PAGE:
And that should scare us witless.
The standard that God expects from us was summarily defined by Jesus Christ: “You therefore must be perfect, as your heavenly Father is perfect.” (Mat. 5:48). Other than Christ (2 Cor. 5:21; 1 Pet. 2:22), who can ever claim to live up to that?
Notice that those who are being judged before the Great White Throne are judged on the basis of what they have done – literarily “by their works”. This is significant – and frightening. The fundamental reality of the gospel is that our good works cannot save us but we are fully justified before God only by placing our faith in Jesus Christ and His perfect righteousness rather than our sad attempts to gain merit with God through our good deeds (Rom. 3:28). In fact, the Scripture refers to those deeds as “dead” (Heb. 6:1; 9:14), meaning that they are unable to actually achieve anything.
Which begs the question: If all these people who are judged before the Great White Throne are judged by their works/deeds, would any of them stand a chance of entering heaven? The tragic answer can only be no.
But, thankfully, the books of judgment are not the only ones opened. There is also the Book of Life (v.15). It is mentioned six times in Revelation (3:5; 13:8; 17:8; 20:12; 20:15; 21:27) and once in Phil. 4:3. It is the list of all those whom God has saved; those who have put on the righteousness of Christ (Rom. 13:14; Gal. 3:27), and their sins, obvious or secret, cannot condemn them anymore (Rom. 8:1).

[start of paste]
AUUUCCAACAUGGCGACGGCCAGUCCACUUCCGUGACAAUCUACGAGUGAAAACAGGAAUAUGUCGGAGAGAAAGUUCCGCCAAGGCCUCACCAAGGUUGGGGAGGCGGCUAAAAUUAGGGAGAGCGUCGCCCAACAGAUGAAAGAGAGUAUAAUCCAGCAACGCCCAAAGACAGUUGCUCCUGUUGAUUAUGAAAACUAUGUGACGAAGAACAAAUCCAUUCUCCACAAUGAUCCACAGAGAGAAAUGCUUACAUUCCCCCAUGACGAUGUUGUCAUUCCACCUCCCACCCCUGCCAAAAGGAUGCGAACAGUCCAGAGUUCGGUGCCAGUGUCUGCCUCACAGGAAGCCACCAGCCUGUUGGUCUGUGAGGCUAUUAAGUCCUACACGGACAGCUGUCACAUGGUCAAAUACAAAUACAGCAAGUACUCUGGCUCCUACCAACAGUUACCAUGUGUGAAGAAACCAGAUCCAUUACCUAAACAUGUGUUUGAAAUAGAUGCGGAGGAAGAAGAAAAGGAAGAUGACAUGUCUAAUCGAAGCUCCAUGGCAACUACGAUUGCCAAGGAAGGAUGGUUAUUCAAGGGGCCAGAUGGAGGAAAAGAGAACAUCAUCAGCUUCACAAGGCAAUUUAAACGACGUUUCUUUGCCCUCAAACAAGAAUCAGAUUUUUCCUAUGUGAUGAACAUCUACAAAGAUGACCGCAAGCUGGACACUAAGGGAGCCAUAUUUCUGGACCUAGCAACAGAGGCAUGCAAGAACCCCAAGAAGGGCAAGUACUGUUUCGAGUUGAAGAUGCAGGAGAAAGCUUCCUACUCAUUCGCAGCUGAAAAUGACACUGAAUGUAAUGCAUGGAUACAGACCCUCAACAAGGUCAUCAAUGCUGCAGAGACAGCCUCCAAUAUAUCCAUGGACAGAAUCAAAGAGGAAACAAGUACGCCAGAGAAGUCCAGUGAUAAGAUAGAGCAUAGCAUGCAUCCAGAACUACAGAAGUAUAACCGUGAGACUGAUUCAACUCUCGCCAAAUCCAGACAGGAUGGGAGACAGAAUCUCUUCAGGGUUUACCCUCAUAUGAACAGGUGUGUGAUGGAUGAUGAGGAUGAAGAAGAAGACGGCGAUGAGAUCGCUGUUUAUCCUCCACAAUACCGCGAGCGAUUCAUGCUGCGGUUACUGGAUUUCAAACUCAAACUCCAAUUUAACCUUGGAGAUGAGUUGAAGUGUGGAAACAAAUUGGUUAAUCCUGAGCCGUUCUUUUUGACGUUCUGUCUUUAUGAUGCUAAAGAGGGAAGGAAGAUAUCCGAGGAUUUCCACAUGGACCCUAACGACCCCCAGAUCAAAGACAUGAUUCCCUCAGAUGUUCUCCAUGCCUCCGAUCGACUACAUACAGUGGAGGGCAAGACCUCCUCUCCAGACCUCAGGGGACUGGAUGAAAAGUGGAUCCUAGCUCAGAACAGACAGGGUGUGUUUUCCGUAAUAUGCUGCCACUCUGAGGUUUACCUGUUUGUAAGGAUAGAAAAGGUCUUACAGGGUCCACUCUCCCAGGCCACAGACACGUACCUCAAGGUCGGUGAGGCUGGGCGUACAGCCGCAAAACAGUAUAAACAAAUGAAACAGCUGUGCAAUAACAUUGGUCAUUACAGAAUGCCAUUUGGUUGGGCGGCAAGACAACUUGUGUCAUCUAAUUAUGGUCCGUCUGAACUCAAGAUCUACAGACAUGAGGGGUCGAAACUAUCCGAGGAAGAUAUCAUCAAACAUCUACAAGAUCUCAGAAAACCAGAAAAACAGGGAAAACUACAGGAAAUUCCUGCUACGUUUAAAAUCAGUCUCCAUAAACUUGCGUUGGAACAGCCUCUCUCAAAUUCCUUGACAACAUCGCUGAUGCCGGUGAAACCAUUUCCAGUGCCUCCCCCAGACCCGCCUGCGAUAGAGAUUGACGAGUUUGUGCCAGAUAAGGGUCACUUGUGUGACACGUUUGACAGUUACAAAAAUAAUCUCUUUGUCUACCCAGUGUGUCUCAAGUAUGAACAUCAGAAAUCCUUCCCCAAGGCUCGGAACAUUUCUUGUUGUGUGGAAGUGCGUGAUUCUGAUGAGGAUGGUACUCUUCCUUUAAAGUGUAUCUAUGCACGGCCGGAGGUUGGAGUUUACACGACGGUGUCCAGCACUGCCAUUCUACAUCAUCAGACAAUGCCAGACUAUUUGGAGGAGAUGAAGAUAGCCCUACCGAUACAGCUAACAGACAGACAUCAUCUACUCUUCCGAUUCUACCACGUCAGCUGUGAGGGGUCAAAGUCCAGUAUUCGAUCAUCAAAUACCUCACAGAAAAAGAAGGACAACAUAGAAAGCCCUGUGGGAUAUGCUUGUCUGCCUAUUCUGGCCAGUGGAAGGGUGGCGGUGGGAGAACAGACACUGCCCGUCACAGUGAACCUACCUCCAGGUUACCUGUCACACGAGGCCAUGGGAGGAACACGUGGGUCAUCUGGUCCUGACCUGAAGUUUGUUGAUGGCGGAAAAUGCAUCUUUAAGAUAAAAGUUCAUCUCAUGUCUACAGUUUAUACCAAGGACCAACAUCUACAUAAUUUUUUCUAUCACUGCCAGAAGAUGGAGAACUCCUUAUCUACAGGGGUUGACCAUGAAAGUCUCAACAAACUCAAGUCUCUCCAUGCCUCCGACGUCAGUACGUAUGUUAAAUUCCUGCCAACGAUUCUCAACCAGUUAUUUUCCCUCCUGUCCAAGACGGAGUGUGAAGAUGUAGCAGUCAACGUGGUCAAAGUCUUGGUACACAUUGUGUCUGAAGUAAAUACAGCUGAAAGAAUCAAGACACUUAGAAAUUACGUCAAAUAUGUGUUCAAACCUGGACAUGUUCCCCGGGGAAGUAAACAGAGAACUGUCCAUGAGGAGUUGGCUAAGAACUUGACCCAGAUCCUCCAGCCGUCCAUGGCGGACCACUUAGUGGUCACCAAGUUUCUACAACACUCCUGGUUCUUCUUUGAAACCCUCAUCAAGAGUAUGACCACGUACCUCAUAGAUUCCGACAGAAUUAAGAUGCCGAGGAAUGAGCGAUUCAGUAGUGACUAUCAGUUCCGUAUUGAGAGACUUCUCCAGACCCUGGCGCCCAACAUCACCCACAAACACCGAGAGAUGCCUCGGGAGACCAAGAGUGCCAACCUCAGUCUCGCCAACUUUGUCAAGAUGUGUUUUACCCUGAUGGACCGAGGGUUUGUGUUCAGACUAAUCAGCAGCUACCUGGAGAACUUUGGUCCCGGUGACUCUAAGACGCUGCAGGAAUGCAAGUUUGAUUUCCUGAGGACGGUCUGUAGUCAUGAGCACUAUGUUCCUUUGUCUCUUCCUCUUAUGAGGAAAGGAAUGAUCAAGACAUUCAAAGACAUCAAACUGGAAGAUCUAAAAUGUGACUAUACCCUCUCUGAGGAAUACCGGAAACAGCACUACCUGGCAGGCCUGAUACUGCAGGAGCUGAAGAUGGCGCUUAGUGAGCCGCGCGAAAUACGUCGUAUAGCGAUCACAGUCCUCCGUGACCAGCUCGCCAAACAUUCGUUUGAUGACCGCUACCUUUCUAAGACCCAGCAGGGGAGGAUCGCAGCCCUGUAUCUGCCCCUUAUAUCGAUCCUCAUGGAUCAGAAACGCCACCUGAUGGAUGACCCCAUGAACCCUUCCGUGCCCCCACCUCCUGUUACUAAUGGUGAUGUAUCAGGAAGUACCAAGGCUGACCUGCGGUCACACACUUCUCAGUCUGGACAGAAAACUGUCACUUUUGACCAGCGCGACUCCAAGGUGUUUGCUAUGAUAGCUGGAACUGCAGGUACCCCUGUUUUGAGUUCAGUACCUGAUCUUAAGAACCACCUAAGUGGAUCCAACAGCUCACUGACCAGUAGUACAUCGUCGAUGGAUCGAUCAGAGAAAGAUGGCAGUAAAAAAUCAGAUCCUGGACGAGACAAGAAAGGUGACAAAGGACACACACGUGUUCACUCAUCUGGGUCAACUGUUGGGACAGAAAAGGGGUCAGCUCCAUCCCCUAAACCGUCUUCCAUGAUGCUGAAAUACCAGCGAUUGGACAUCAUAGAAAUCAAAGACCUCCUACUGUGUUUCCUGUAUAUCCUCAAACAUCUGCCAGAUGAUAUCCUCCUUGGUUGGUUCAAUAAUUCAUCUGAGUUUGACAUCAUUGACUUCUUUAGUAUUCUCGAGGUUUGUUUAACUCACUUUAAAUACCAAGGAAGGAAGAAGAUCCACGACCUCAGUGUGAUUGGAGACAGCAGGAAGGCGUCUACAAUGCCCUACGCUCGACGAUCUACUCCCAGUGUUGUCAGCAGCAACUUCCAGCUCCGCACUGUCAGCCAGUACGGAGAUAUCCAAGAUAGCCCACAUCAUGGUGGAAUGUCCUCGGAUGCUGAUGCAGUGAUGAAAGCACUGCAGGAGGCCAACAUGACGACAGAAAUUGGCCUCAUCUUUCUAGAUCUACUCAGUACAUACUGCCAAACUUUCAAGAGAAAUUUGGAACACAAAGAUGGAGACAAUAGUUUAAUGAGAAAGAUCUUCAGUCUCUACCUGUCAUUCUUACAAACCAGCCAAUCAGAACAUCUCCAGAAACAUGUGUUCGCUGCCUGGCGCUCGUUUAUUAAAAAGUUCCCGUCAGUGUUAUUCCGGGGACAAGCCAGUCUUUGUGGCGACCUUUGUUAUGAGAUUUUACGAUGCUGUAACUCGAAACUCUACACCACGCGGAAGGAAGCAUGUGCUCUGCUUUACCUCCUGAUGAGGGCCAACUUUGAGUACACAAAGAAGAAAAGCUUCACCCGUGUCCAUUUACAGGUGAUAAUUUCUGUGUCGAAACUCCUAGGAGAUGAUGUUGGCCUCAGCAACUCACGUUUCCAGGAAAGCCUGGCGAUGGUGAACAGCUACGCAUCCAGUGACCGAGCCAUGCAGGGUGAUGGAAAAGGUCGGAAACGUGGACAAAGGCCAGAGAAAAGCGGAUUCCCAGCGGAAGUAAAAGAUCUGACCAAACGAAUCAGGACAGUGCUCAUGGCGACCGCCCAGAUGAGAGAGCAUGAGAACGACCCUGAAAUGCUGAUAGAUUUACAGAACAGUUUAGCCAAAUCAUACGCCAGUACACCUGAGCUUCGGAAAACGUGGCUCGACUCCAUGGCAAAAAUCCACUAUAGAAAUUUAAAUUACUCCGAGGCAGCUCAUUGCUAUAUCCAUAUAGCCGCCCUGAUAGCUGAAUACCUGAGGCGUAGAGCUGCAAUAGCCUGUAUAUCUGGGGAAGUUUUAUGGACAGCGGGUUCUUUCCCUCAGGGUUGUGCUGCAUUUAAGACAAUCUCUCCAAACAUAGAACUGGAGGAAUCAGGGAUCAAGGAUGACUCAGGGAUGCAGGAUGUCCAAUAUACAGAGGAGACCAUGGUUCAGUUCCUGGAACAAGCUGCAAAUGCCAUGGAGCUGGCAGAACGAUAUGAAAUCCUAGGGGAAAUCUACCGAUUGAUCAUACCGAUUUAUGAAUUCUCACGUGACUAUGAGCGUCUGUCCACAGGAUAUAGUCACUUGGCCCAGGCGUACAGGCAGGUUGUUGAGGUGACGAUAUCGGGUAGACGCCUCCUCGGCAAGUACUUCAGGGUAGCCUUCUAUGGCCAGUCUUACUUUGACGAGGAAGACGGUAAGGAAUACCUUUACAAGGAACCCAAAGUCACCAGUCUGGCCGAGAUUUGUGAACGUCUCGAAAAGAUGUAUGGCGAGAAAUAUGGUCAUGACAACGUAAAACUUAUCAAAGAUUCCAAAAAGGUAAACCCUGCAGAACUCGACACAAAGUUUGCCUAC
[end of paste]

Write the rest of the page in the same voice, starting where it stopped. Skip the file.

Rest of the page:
Finally, a strange imagery in v.13: John speaks of Death and of Hades – the Greek word that refers to the realm of the dead (not necessarily equated to hell). In the New Testament, Hades is used ten times, mostly as a place of punishment; the place where those who die in their sins are kept pending judgement at the Great White Throne (cf. Luke 16:23). “Death”, on the other hand, mostly refers to the state of all those who have died on earth.
All three – the sea, Death and Hades – are depicted as monsters, disgorging those they have consumed over the centuries (the sea probably does this before being destroyed). And once they’re done, they themselves are cast into eternal punishment (v. 14). What else can this mean other than the ultimate defeat of death? We think of Isaiah’s words: “He will swallow up death forever” (Is. 25:8a; cf. 1 Cor. 15:54).
Death entered the world as the result of sin (Rom. 5:12). As sin is finally punished and destroyed, so is death. But the Bible tells us that, on the Cross, Jesus destroyed death and delivered those that throughout all ages were held captive to the fear of death (Heb. 2:15). And as we look at this crushing image of the Great White Throne, as we see the scales finally balanced, as we see sin and rebellion against God punished, we also witness the ultimate victory of Christ, the destruction of the most unnatural thing in God’s creation; the death of death.
We’ll continue this next time, to look at verse 15 – hell really cannot be dealt with lightly.